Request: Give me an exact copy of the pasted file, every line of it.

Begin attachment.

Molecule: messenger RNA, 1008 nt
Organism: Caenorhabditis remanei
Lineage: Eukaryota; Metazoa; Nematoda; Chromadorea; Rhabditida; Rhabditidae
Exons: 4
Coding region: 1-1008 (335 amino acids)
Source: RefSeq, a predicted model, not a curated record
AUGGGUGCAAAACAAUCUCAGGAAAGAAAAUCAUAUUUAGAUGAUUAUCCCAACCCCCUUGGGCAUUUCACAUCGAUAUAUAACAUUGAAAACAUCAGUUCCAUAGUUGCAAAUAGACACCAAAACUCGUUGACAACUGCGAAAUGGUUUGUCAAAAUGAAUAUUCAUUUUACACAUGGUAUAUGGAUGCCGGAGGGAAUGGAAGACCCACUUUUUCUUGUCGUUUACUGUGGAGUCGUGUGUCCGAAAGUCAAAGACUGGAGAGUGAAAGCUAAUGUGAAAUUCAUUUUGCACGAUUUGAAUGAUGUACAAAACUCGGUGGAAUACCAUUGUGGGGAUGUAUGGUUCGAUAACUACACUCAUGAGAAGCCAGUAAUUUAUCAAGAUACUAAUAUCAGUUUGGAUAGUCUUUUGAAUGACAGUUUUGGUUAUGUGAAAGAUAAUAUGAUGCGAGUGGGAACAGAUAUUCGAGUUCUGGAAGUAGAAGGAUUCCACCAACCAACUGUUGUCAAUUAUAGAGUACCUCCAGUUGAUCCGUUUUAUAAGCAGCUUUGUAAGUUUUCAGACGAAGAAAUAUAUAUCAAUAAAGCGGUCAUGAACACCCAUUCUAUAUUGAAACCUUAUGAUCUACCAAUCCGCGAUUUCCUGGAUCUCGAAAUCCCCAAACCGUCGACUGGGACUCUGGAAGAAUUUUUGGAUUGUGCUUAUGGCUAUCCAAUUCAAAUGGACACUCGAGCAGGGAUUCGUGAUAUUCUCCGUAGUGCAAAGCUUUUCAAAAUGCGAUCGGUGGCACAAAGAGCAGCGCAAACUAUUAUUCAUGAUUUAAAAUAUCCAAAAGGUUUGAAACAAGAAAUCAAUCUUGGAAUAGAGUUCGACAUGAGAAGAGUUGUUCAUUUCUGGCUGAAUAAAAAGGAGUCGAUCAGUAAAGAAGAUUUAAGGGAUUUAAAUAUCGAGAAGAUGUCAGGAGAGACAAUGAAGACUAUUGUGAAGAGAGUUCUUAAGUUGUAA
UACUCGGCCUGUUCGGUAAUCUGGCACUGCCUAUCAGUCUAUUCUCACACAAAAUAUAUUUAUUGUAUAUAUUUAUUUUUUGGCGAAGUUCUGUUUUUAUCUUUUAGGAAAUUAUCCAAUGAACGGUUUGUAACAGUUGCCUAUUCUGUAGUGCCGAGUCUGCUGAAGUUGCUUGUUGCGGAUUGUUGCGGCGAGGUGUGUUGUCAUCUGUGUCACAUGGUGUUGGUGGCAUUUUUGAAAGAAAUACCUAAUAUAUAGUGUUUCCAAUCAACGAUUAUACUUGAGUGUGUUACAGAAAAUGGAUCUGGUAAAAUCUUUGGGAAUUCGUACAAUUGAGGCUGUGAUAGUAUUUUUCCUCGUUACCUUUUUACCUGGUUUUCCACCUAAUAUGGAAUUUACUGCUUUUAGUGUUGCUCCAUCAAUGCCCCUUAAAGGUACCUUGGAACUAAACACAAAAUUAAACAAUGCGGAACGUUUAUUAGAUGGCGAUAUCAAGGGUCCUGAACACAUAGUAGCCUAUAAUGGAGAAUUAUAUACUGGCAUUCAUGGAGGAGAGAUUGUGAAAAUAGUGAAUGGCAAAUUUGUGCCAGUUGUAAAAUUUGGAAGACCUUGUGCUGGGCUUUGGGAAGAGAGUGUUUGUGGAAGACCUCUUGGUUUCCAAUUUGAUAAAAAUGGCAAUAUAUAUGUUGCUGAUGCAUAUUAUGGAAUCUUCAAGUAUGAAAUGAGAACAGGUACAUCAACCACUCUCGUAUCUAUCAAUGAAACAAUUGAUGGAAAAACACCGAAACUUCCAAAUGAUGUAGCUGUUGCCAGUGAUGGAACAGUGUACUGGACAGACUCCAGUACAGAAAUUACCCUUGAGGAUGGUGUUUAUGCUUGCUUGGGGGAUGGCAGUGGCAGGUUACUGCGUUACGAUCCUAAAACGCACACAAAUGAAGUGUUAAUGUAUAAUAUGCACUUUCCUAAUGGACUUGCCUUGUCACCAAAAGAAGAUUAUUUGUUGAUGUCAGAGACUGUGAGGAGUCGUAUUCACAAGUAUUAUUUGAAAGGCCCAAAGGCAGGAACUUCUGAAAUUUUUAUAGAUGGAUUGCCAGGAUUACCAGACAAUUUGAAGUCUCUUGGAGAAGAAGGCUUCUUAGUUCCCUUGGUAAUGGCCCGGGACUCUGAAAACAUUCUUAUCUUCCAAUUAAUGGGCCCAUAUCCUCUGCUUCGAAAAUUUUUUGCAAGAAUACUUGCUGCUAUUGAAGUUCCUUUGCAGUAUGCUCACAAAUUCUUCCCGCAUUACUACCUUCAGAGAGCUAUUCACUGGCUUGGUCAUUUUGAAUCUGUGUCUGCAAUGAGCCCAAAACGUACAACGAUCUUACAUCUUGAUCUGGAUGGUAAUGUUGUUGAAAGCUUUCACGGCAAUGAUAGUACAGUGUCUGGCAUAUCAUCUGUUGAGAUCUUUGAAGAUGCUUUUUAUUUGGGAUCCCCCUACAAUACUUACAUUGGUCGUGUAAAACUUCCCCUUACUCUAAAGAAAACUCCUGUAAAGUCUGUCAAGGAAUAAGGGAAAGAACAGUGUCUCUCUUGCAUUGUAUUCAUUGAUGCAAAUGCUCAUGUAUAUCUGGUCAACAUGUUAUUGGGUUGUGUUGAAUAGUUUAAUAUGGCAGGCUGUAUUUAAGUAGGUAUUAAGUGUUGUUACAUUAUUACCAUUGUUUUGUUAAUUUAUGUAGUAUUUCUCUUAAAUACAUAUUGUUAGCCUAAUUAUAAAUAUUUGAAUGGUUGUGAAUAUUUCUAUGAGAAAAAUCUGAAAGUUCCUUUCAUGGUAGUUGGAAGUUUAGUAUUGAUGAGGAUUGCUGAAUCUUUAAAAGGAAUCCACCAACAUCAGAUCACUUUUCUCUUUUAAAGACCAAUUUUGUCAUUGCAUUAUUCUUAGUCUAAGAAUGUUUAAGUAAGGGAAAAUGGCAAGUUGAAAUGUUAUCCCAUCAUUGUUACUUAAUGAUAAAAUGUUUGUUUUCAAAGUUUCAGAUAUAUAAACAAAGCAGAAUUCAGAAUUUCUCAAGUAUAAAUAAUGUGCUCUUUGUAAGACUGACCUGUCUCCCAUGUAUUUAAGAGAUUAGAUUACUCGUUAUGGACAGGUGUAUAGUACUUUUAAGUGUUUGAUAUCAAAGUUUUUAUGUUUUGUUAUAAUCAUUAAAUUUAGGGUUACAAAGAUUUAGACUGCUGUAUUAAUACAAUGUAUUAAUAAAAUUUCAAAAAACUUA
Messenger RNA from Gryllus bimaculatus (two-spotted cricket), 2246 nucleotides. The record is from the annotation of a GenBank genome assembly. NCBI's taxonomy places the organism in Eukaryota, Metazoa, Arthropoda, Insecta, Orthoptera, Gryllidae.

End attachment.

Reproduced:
Molecule: messenger RNA, 1008 nt
Organism: Caenorhabditis remanei
Lineage: Eukaryota; Metazoa; Nematoda; Chromadorea; Rhabditida; Rhabditidae
Exons: 4
Coding region: 1-1008 (335 amino acids)
Source: RefSeq, a predicted model, not a curated record
AUGGGUGCAAAACAAUCUCAGGAAAGAAAAUCAUAUUUAGAUGAUUAUCCCAACCCCCUUGGGCAUUUCACAUCGAUAUAUAACAUUGAAAACAUCAGUUCCAUAGUUGCAAAUAGACACCAAAACUCGUUGACAACUGCGAAAUGGUUUGUCAAAAUGAAUAUUCAUUUUACACAUGGUAUAUGGAUGCCGGAGGGAAUGGAAGACCCACUUUUUCUUGUCGUUUACUGUGGAGUCGUGUGUCCGAAAGUCAAAGACUGGAGAGUGAAAGCUAAUGUGAAAUUCAUUUUGCACGAUUUGAAUGAUGUACAAAACUCGGUGGAAUACCAUUGUGGGGAUGUAUGGUUCGAUAACUACACUCAUGAGAAGCCAGUAAUUUAUCAAGAUACUAAUAUCAGUUUGGAUAGUCUUUUGAAUGACAGUUUUGGUUAUGUGAAAGAUAAUAUGAUGCGAGUGGGAACAGAUAUUCGAGUUCUGGAAGUAGAAGGAUUCCACCAACCAACUGUUGUCAAUUAUAGAGUACCUCCAGUUGAUCCGUUUUAUAAGCAGCUUUGUAAGUUUUCAGACGAAGAAAUAUAUAUCAAUAAAGCGGUCAUGAACACCCAUUCUAUAUUGAAACCUUAUGAUCUACCAAUCCGCGAUUUCCUGGAUCUCGAAAUCCCCAAACCGUCGACUGGGACUCUGGAAGAAUUUUUGGAUUGUGCUUAUGGCUAUCCAAUUCAAAUGGACACUCGAGCAGGGAUUCGUGAUAUUCUCCGUAGUGCAAAGCUUUUCAAAAUGCGAUCGGUGGCACAAAGAGCAGCGCAAACUAUUAUUCAUGAUUUAAAAUAUCCAAAAGGUUUGAAACAAGAAAUCAAUCUUGGAAUAGAGUUCGACAUGAGAAGAGUUGUUCAUUUCUGGCUGAAUAAAAAGGAGUCGAUCAGUAAAGAAGAUUUAAGGGAUUUAAAUAUCGAGAAGAUGUCAGGAGAGACAAUGAAGACUAUUGUGAAGAGAGUUCUUAAGUUGUAA
UACUCGGCCUGUUCGGUAAUCUGGCACUGCCUAUCAGUCUAUUCUCACACAAAAUAUAUUUAUUGUAUAUAUUUAUUUUUUGGCGAAGUUCUGUUUUUAUCUUUUAGGAAAUUAUCCAAUGAACGGUUUGUAACAGUUGCCUAUUCUGUAGUGCCGAGUCUGCUGAAGUUGCUUGUUGCGGAUUGUUGCGGCGAGGUGUGUUGUCAUCUGUGUCACAUGGUGUUGGUGGCAUUUUUGAAAGAAAUACCUAAUAUAUAGUGUUUCCAAUCAACGAUUAUACUUGAGUGUGUUACAGAAAAUGGAUCUGGUAAAAUCUUUGGGAAUUCGUACAAUUGAGGCUGUGAUAGUAUUUUUCCUCGUUACCUUUUUACCUGGUUUUCCACCUAAUAUGGAAUUUACUGCUUUUAGUGUUGCUCCAUCAAUGCCCCUUAAAGGUACCUUGGAACUAAACACAAAAUUAAACAAUGCGGAACGUUUAUUAGAUGGCGAUAUCAAGGGUCCUGAACACAUAGUAGCCUAUAAUGGAGAAUUAUAUACUGGCAUUCAUGGAGGAGAGAUUGUGAAAAUAGUGAAUGGCAAAUUUGUGCCAGUUGUAAAAUUUGGAAGACCUUGUGCUGGGCUUUGGGAAGAGAGUGUUUGUGGAAGACCUCUUGGUUUCCAAUUUGAUAAAAAUGGCAAUAUAUAUGUUGCUGAUGCAUAUUAUGGAAUCUUCAAGUAUGAAAUGAGAACAGGUACAUCAACCACUCUCGUAUCUAUCAAUGAAACAAUUGAUGGAAAAACACCGAAACUUCCAAAUGAUGUAGCUGUUGCCAGUGAUGGAACAGUGUACUGGACAGACUCCAGUACAGAAAUUACCCUUGAGGAUGGUGUUUAUGCUUGCUUGGGGGAUGGCAGUGGCAGGUUACUGCGUUACGAUCCUAAAACGCACACAAAUGAAGUGUUAAUGUAUAAUAUGCACUUUCCUAAUGGACUUGCCUUGUCACCAAAAGAAGAUUAUUUGUUGAUGUCAGAGACUGUGAGGAGUCGUAUUCACAAGUAUUAUUUGAAAGGCCCAAAGGCAGGAACUUCUGAAAUUUUUAUAGAUGGAUUGCCAGGAUUACCAGACAAUUUGAAGUCUCUUGGAGAAGAAGGCUUCUUAGUUCCCUUGGUAAUGGCCCGGGACUCUGAAAACAUUCUUAUCUUCCAAUUAAUGGGCCCAUAUCCUCUGCUUCGAAAAUUUUUUGCAAGAAUACUUGCUGCUAUUGAAGUUCCUUUGCAGUAUGCUCACAAAUUCUUCCCGCAUUACUACCUUCAGAGAGCUAUUCACUGGCUUGGUCAUUUUGAAUCUGUGUCUGCAAUGAGCCCAAAACGUACAACGAUCUUACAUCUUGAUCUGGAUGGUAAUGUUGUUGAAAGCUUUCACGGCAAUGAUAGUACAGUGUCUGGCAUAUCAUCUGUUGAGAUCUUUGAAGAUGCUUUUUAUUUGGGAUCCCCCUACAAUACUUACAUUGGUCGUGUAAAACUUCCCCUUACUCUAAAGAAAACUCCUGUAAAGUCUGUCAAGGAAUAAGGGAAAGAACAGUGUCUCUCUUGCAUUGUAUUCAUUGAUGCAAAUGCUCAUGUAUAUCUGGUCAACAUGUUAUUGGGUUGUGUUGAAUAGUUUAAUAUGGCAGGCUGUAUUUAAGUAGGUAUUAAGUGUUGUUACAUUAUUACCAUUGUUUUGUUAAUUUAUGUAGUAUUUCUCUUAAAUACAUAUUGUUAGCCUAAUUAUAAAUAUUUGAAUGGUUGUGAAUAUUUCUAUGAGAAAAAUCUGAAAGUUCCUUUCAUGGUAGUUGGAAGUUUAGUAUUGAUGAGGAUUGCUGAAUCUUUAAAAGGAAUCCACCAACAUCAGAUCACUUUUCUCUUUUAAAGACCAAUUUUGUCAUUGCAUUAUUCUUAGUCUAAGAAUGUUUAAGUAAGGGAAAAUGGCAAGUUGAAAUGUUAUCCCAUCAUUGUUACUUAAUGAUAAAAUGUUUGUUUUCAAAGUUUCAGAUAUAUAAACAAAGCAGAAUUCAGAAUUUCUCAAGUAUAAAUAAUGUGCUCUUUGUAAGACUGACCUGUCUCCCAUGUAUUUAAGAGAUUAGAUUACUCGUUAUGGACAGGUGUAUAGUACUUUUAAGUGUUUGAUAUCAAAGUUUUUAUGUUUUGUUAUAAUCAUUAAAUUUAGGGUUACAAAGAUUUAGACUGCUGUAUUAAUACAAUGUAUUAAUAAAAUUUCAAAAAACUUA
Messenger RNA from Gryllus bimaculatus (two-spotted cricket), 2246 nucleotides. The record is from the annotation of a GenBank genome assembly. NCBI's taxonomy places the organism in Eukaryota, Metazoa, Arthropoda, Insecta, Orthoptera, Gryllidae.